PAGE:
Forgetting Sarah Marshall is funny--really, really funny. Go see it.
The short version storyline is that composer Peter Bretter (Jason Segel) is suddenly dumped by his TV cop show star girlfriend, the Sarah Marshall (Kristen Bell). He goes to Hawaii to get away from it all and lick his wounds, but--oopsie--Sarah is there, at the same hotel, with new boyfriend, rock superstar Aldous Snow (the unforgettable Russell Brand). Hotel employee Rachel (Mila Kunis) tries to help Peter out by spending time with him. All manner of rom-com hijinx ensue. (I just tried to look up "hijinx" in a dictionary, and it's not even in there. Where's the OED when you need it? Not that I have an extra room to house the thing anyway.)
Aside from the frequent full frontal nudity shots of Jason Segel (who also wrote the script so he's clearly a perverted exhibitionist--but a totally lovable one), the most visually disturbing thing about this movie is that it takes place in Hawaii. How, you ask, could Hawaii be visually disturbing? I went to high school there, that's how. Imagine a skinny, pasty white, socially inept teenage girl who prefers mountains and forests, or even a library for that matter, over the beach partly because she has a tidal wave phobia (no one called them tsunamis back then) and partly because she knows that there are things in the water that want to eat her. Now take that skinny white girl and condemn her to three years on a tiny peninsula on the tiny island of Oahu in the middle of the great big Pacific Ocean. They called me "shark bait" and wouldn't swim with me, their theory being I was so white that my legs glowed in the water and sharks could see me from miles away. They made me live in a house on said tiny peninsula where, from my bed at night, I could hear the waves crashing on the beaches on both sides of the peninsula, and I waited breathlessly to be washed away by a 100-foot tidal wave every time the waves went quiet for a minute. Maybe even a 200-foot tidal wave. And did I mention that the house also sat at the foot of a maybe extinct, maybe dormant volcano? My friend at the time, Mr. Kona Gold, helped take the edge off a bit, but I have nonetheless supported many a therapist in the years since then.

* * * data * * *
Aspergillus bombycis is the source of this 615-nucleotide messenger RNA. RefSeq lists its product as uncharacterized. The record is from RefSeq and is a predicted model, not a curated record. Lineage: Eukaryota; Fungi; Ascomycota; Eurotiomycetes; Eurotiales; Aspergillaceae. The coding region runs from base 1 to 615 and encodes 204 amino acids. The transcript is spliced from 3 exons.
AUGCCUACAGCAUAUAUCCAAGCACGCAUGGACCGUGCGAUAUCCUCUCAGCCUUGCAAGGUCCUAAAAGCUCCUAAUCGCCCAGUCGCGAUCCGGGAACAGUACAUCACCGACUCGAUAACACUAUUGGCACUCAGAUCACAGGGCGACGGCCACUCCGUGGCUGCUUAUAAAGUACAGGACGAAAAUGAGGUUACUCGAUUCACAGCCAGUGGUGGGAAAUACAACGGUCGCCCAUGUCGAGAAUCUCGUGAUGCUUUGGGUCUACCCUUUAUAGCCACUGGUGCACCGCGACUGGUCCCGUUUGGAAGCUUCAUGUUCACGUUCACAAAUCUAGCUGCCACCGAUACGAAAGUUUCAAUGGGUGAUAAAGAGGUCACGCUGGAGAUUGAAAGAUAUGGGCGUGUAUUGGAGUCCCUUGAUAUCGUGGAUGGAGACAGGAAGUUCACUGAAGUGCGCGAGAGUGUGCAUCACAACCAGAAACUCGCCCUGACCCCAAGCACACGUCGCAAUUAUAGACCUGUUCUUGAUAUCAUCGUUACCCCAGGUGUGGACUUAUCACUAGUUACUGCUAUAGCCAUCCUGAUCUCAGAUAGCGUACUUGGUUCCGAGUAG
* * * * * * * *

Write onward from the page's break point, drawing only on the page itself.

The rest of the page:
But enough about me--back to the movie. Jason Segel is tummy-aching funny, but Russell Brand is freakin' hysterical as the very limber, very uninhibited, very sex-obsessed Aldous Snow. The movie is worth the price of admission just to watch his performance (be afraid, be very afraid for the giant chess pieces--you'll see).
The women easily take the back seat to the men in this one, with WAY entertaining supporting turns by Jonah Hill as a socially awkward server infatuated with Aldous Snow, Paul Rudd as a surfing instructor who has some short-term memory issues (can't imagine why . . . hmmmm), and Jack McBrayer (Kenneth of 30 Rock) as a sexually repressed, religious, virgin newlywed who decides that sex is just plain nasty and that what his bride is prepared to do to make it good is, well, simply unspeakable and undoubtedly against all the laws of God. Hell, just looking at Jack McBrayer makes me giggle like a resident of Bedlam.
I and everyone else in the theater laughed almost non-stop through the whole movie. It was funnier than other products from the Judd Apatow machine, and in many other ways it was better than the likes of 40-Year Old Virgin and Knocked Up (don't get me wrong--they're both awesome). It was just more grown up, if you can say that about a movie which starts with the main character getting dumped by his girlfriend while he's stark naked, sobbing, begging, and moving around his apartment doing memorable things like sitting on and rising from a leather sofa, sound effects included. And he spends a large portion of the movie crying like a little girl (which was actually very endearing).
The movie is filled with great lines and scenes that will stick with you for weeks, maybe longer, causing you to break out in spontaneous giggles at awkward times. My downfall is going to come everytime I think about the "rock opera" that Peter is working on. It's a rock opera about a love-sick Dracula. And he thinks it would be best performed by puppets. And he's perfectly serious. I really can't say any more about that except that every time Peter performed an excerpt from his opera, I laughed so hard I was gasping for air and trying not to wet myself.
The Hawaiian backdrop really is strikingly beautiful, albeit traumatic for me. I was sometimes distracted from the action in the film because I was transfixed on the watery horizon in the background, looking for that giant wall of water that would wash away Peter Bretter's tears, along with Peter Bretter.
I repeat: Go see this movie. On a scale of five tsunamis, I give it 4.5 big waves. Aloha!
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